Viral Disease Infects 3 Norwin Knights; North Hills Indians May Be Exposed

The North Hills varsity football team played a scrimmage game at Norwin Saturday. The infected players participated in the game.

Three Norwin School District football players and one student trainer were diagnosed with hand, foot and mouth disease Monday, Norwin Athletic Director Randy Rovesti confirmed Tuesday morning. 

The players had participated in  Saturday against the North Hills Indians at Norwin, Rovesti said. 

Hand, foot and mouth disease is a common viral illness usually found in infants and children, according to the Centers for Disease Control and Prevention. It is often confused with foot-and-mouth disease, which is found in cattle, sheep and swine but is unrelated. Infection is spread through direct contact. The virus can remain undetected in the body for weeks. The disease causes a fever, mouth sores and skin rashes. 

Rovesti said precautions are being taken at the school, including the disinfection of the school's fieldhouse and locker rooms. School officials are also warning students not to share water bottles or towels. 

The North Hills varsity football team used the visitors' locker rooms when they were at the school Saturday. The locker room is sealed off from other areas of the fieldhouse and has not been used by the Norwin players or any other teams recently, Rovesti said. 

He said he has been unsuccessful in his attempts to reach North Hills Athletic Director Dan Cardone.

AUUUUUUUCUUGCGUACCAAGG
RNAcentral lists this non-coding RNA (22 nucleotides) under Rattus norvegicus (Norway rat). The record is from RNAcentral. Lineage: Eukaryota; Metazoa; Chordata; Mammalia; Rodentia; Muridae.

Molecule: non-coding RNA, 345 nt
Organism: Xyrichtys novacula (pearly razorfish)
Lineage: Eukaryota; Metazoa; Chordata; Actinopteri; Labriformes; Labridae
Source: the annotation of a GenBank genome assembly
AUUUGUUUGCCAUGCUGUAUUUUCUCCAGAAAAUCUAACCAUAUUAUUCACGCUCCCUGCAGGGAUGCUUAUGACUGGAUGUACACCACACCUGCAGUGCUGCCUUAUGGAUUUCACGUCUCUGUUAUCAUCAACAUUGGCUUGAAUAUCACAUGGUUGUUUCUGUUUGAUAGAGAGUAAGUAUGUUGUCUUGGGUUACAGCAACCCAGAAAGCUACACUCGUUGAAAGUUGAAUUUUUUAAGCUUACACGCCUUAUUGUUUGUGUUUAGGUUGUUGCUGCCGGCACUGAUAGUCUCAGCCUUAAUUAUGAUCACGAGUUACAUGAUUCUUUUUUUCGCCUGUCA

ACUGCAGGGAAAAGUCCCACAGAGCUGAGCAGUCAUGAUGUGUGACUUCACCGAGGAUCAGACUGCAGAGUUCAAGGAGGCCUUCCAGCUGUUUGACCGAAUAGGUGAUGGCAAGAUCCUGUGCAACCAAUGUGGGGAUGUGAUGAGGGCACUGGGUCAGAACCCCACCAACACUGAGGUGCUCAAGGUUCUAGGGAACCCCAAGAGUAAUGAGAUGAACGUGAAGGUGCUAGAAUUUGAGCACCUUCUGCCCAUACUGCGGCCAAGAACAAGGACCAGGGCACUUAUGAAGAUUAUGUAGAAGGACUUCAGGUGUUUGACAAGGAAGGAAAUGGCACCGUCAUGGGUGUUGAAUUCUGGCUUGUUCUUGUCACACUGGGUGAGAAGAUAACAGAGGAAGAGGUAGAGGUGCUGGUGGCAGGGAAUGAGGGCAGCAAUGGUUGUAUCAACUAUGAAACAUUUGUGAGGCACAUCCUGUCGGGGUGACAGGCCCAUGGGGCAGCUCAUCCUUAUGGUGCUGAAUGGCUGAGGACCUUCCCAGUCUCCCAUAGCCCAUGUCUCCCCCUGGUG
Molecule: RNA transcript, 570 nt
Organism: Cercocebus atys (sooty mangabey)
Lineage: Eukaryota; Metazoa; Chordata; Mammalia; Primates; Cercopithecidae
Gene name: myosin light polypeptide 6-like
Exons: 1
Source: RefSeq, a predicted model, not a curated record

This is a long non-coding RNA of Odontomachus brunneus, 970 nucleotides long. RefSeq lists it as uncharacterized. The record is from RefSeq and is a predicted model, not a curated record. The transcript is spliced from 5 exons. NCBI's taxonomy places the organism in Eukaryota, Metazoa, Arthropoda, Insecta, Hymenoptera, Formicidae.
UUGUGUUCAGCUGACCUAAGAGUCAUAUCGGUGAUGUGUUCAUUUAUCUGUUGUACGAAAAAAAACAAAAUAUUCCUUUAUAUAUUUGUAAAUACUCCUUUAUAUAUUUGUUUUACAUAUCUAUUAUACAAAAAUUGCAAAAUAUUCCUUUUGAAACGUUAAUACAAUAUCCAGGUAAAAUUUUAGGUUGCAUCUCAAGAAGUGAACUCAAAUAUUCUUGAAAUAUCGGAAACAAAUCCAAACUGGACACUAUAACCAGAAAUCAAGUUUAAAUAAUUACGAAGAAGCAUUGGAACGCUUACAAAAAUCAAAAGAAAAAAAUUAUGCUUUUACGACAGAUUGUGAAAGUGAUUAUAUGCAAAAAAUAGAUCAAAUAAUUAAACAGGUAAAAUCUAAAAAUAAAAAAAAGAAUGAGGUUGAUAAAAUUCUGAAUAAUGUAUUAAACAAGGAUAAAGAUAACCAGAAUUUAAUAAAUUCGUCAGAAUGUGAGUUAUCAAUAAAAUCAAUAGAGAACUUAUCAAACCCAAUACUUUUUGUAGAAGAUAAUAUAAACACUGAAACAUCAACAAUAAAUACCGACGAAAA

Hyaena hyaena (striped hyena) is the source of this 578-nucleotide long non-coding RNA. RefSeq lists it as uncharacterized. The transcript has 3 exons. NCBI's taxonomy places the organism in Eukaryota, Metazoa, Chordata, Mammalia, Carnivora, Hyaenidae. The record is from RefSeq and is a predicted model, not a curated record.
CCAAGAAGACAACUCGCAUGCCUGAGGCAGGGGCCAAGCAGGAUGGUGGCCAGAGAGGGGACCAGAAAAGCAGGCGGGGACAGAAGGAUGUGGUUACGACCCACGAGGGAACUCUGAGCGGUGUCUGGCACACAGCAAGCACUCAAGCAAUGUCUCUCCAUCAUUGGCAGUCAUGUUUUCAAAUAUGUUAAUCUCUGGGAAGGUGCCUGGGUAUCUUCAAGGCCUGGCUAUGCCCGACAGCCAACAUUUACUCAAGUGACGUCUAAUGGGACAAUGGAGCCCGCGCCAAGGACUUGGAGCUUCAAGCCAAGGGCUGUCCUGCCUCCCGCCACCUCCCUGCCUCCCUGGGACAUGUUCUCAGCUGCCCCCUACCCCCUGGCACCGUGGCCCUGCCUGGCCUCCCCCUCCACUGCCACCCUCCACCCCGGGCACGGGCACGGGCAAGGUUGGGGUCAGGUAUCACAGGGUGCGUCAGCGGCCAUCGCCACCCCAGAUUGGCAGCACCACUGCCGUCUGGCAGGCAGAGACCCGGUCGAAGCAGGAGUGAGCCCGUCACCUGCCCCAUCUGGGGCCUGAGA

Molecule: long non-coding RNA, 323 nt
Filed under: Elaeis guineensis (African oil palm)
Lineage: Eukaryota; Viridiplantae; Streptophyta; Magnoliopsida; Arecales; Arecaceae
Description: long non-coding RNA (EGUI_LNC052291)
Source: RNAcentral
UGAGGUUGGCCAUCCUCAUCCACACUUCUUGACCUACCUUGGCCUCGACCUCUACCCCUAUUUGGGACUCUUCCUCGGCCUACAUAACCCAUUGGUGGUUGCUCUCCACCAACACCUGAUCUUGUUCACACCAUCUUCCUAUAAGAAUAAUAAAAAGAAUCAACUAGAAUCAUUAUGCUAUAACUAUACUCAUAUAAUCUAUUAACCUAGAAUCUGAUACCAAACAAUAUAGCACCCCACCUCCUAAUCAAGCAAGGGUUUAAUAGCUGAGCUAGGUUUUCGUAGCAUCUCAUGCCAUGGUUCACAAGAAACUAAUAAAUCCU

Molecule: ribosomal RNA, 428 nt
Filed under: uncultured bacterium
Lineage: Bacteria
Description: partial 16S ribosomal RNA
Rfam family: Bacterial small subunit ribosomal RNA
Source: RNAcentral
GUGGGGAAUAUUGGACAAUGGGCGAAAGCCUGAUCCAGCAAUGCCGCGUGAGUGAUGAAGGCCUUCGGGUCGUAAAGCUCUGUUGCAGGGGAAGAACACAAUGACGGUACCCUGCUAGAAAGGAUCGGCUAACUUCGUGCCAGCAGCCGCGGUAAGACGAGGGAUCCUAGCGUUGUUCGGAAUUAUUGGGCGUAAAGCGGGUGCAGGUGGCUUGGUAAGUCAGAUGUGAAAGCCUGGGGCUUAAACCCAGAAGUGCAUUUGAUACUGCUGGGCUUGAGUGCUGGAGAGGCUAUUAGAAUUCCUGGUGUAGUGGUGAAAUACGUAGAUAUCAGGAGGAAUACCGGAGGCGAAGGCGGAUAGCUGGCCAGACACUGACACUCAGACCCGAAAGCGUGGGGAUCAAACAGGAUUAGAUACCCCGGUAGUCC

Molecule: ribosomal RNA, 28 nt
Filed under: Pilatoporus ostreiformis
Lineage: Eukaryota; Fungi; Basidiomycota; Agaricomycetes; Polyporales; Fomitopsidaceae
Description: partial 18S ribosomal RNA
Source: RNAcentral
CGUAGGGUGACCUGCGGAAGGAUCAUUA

It is not yet known what, if any, precautions the North Hills team is taking. Neither Cardone nor North Hills athletic trainer Eric Cardwell could be reached immediately. North Hills Patch will provide updates on this story throughout the day as more information becomes available. 

There is no specific treatment for the disease, other than pain relief from the symptoms, according to the CDC. 

"It sounds a whole lot worse than it is," Rovesti said. "It's no more dangerous than the common cold, our physician told us." 

To limit exposure, the CDC recommends: 

  • Washing hands frequently and correctly (see Clean Hands Save Lives) and especially after changing diapers and after using the toilet

  • Cleaning dirty surfaces and soiled items, including toys, first with soap and water and then disinfecting them by cleansing with a solution of chlorine bleach (made by adding 1 tablespoon of bleach to 4 cups of water)

  • Avoiding close contact (kissing, hugging, sharing eating utensils or cups, etc.) with persons with HFMD


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